Number of Specimens/Mixes - comparison studies related to gyratory compactors may be performed for a particular HMA mixture, or for a variety of mixtures. A higher number of mixtures included in a comparison study provides a more complete picture of the relationship between two or more compactors. In addition, mixture variety - various nominal maximum aggregate sizes, number of gyrations, and binder grade - adds to the completeness of the comparison. It is noted that AASHTO PP 35 (the original specification used to validate a gyratory compactor) recommends a minimum of four mixtures for the SGC validation process. A minimum of six (6) HMA specimens should be compacted in each SGC for each mixture used.
Compaction and Testing - it is apparent that the number of specimens involved in a comparison study ranges from a minimum of 12 to a potentially very large value. Great care must be taken to ensure that each HMA specimen is treated as "equally" as possible. Some issues related to this consideration follow.
Randomness: specimens should be selected for compaction and testing using a "blind" random process. That is, each individual specimen is chosen from the "pool" of specimens using a random process and assigned to a particular compactor. It is also recommended that compaction and testing be performed randomly - that is, avoid compacting all of the specimens for a particular compactor at one time, before moving to the next compactor. This recommendation holds for the testing sequence - all of the specimens produced by one compactor should not be tested as a group prior to the specimens from a subsequent compactor.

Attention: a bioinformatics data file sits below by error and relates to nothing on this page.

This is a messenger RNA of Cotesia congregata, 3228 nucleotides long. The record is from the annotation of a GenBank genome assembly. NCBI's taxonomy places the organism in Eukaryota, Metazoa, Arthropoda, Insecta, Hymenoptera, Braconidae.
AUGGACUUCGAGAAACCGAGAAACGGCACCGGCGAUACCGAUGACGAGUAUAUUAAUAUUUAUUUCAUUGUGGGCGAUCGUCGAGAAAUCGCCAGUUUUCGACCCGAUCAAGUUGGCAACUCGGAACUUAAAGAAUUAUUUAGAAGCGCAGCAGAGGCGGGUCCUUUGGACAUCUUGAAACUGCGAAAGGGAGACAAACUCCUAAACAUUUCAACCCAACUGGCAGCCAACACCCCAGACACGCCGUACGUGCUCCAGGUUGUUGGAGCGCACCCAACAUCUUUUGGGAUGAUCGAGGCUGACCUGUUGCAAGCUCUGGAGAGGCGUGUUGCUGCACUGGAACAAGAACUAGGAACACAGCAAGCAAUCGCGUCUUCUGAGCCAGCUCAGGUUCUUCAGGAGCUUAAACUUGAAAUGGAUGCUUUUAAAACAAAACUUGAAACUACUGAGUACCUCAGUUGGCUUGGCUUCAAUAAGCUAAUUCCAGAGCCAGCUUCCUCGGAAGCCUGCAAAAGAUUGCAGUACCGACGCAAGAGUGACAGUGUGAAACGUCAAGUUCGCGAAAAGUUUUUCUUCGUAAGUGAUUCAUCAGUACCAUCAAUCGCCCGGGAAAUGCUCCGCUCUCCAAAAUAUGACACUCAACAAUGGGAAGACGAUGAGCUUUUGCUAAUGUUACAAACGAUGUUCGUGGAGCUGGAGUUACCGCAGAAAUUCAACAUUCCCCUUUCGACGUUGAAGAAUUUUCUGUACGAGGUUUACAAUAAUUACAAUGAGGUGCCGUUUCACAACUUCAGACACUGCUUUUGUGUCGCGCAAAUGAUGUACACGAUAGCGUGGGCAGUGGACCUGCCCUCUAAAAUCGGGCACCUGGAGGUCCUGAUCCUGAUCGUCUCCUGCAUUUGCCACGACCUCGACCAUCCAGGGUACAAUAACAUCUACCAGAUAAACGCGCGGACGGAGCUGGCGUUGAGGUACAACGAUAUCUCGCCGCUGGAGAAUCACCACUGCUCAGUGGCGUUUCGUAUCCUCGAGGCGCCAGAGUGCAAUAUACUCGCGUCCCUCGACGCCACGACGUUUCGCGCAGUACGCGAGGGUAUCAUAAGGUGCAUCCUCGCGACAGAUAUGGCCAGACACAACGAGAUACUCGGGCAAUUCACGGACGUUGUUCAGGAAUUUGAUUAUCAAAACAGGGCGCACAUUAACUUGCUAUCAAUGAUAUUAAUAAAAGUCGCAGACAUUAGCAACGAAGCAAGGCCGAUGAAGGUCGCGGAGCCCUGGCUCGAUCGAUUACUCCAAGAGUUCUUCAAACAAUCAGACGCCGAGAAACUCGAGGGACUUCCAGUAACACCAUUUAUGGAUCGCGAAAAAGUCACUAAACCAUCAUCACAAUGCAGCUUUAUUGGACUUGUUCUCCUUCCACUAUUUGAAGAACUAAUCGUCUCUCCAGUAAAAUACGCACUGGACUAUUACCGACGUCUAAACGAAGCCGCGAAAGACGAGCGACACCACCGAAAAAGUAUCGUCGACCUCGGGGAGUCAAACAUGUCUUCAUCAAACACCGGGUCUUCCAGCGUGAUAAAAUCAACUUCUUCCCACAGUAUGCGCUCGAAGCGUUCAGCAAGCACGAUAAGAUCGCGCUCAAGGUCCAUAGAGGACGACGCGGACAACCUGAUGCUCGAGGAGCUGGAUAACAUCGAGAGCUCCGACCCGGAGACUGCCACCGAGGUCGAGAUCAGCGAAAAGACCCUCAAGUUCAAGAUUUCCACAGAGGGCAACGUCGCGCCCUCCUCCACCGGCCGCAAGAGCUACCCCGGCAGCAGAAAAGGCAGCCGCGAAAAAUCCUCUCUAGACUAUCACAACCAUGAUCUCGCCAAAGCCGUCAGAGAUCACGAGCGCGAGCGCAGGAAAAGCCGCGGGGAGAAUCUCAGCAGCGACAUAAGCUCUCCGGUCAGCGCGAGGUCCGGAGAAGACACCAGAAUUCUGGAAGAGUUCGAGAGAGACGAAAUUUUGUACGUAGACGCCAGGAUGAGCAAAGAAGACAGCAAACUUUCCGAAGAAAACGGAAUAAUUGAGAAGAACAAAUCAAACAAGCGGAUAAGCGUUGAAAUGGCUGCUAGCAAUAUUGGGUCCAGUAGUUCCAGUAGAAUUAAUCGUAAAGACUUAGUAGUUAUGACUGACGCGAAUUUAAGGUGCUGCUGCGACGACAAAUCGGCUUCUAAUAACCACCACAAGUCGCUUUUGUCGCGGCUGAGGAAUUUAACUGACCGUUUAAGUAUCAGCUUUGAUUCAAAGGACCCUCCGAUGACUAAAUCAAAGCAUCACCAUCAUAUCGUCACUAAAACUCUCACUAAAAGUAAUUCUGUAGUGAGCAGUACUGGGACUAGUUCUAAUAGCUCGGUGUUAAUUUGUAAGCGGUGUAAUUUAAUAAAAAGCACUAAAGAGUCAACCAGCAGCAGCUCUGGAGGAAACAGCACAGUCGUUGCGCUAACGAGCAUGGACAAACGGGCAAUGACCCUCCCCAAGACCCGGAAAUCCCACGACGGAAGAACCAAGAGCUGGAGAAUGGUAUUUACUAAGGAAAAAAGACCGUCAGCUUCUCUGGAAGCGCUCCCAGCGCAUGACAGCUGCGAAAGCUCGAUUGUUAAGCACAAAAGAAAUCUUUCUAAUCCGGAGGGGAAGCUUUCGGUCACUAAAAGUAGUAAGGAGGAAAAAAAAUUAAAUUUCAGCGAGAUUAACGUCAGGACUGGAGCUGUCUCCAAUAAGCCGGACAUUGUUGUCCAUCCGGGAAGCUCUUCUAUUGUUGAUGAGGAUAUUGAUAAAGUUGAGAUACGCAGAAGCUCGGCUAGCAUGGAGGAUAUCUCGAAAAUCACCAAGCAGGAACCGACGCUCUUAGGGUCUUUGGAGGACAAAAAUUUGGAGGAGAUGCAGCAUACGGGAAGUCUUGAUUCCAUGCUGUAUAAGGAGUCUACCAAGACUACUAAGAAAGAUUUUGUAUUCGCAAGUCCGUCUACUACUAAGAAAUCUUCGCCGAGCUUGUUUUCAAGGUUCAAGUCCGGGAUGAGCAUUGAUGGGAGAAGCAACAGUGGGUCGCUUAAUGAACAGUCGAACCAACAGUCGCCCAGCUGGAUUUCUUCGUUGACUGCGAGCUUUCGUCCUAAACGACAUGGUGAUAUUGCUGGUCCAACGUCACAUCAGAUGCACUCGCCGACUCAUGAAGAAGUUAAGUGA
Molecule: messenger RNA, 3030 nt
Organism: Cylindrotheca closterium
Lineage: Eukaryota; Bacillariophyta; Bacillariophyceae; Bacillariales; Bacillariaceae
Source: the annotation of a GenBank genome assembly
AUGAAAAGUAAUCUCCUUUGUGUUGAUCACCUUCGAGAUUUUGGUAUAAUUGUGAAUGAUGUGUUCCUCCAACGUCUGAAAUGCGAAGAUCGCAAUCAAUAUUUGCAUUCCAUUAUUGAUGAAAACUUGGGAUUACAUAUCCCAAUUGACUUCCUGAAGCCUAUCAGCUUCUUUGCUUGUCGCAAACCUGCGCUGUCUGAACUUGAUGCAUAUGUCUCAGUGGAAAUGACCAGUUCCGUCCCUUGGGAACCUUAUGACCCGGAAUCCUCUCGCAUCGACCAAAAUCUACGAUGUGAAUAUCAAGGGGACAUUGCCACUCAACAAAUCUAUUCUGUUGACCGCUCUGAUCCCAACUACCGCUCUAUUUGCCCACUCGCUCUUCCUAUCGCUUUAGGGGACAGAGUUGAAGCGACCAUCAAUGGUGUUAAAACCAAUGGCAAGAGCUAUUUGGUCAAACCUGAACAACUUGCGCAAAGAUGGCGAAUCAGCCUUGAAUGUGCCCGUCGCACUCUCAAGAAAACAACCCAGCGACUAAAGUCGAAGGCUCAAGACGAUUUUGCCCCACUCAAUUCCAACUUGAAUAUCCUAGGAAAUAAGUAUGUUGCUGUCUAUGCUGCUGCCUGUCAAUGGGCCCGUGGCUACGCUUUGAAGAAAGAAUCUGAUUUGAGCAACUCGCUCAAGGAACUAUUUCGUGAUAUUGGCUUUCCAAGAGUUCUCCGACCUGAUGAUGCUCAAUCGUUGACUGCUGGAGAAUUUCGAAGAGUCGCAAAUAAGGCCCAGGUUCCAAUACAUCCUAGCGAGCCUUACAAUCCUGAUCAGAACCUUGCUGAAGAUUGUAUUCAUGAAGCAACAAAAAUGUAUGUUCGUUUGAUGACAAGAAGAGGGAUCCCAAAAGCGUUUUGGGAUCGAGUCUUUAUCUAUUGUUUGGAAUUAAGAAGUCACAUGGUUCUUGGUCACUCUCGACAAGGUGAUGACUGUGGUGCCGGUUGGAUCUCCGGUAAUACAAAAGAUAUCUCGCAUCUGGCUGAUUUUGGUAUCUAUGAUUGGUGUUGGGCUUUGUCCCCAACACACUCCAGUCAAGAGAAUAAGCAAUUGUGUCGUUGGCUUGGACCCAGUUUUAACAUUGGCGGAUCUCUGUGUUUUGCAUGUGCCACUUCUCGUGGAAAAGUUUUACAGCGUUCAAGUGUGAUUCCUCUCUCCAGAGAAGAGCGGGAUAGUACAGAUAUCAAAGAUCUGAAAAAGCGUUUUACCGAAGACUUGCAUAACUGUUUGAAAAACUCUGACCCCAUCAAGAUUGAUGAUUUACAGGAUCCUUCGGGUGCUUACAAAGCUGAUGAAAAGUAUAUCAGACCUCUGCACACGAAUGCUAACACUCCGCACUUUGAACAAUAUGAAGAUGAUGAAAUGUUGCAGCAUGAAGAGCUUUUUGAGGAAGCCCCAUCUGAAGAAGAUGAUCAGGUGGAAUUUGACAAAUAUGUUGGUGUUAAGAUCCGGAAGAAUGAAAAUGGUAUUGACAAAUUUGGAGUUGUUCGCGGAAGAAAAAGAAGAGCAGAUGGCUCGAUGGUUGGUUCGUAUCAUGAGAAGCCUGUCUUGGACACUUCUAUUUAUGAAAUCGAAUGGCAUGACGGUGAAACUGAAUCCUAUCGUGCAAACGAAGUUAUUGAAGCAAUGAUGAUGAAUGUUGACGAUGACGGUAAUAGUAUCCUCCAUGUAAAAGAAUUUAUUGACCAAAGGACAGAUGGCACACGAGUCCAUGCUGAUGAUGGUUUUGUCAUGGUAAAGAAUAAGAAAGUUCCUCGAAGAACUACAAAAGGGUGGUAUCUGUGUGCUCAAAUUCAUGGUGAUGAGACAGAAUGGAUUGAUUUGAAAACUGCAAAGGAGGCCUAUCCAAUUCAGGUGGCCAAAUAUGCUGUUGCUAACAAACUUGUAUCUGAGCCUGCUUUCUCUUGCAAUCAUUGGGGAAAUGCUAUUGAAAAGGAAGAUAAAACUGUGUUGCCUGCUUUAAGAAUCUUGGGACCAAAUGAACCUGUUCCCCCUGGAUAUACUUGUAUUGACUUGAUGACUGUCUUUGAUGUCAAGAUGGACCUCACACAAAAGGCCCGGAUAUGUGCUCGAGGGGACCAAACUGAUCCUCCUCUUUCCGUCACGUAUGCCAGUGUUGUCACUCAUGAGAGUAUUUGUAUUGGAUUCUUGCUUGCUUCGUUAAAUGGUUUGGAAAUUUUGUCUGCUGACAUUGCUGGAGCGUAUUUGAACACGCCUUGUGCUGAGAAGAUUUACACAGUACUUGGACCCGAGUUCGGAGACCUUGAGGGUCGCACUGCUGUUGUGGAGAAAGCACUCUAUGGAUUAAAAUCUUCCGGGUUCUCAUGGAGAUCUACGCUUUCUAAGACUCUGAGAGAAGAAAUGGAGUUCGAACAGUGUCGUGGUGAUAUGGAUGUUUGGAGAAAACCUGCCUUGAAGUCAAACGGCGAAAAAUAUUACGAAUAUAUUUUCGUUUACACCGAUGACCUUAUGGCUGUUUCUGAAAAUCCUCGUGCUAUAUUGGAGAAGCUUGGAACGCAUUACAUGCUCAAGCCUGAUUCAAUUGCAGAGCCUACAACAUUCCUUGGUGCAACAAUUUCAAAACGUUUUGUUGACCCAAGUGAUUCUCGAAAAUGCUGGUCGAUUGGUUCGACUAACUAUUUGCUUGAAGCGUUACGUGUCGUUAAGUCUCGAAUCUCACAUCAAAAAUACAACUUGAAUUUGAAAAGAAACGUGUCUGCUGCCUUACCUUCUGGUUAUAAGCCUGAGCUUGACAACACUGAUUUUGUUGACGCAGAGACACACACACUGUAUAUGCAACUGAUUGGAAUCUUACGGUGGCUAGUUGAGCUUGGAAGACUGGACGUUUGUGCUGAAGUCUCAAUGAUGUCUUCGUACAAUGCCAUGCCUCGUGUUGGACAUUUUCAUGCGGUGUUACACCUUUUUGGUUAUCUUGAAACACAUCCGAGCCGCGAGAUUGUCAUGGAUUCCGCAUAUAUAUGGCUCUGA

Operator: insofar as possible, the same operator should perform all compaction and testing activities. This is particularly important for testing, to avoid or limit inherent operator-related variability in test results.
Data Analysis: two numbers related to Gmb test results are used to compare compactors. Brief comments related to the comparison follow.
Based on the comparison of mean Gmb values, a quantifiable bias among two or more SGC units may be identified. That bias may be taken into account in future mixture verification activities, or further investigations into reducing or eliminating the bias may be pursued.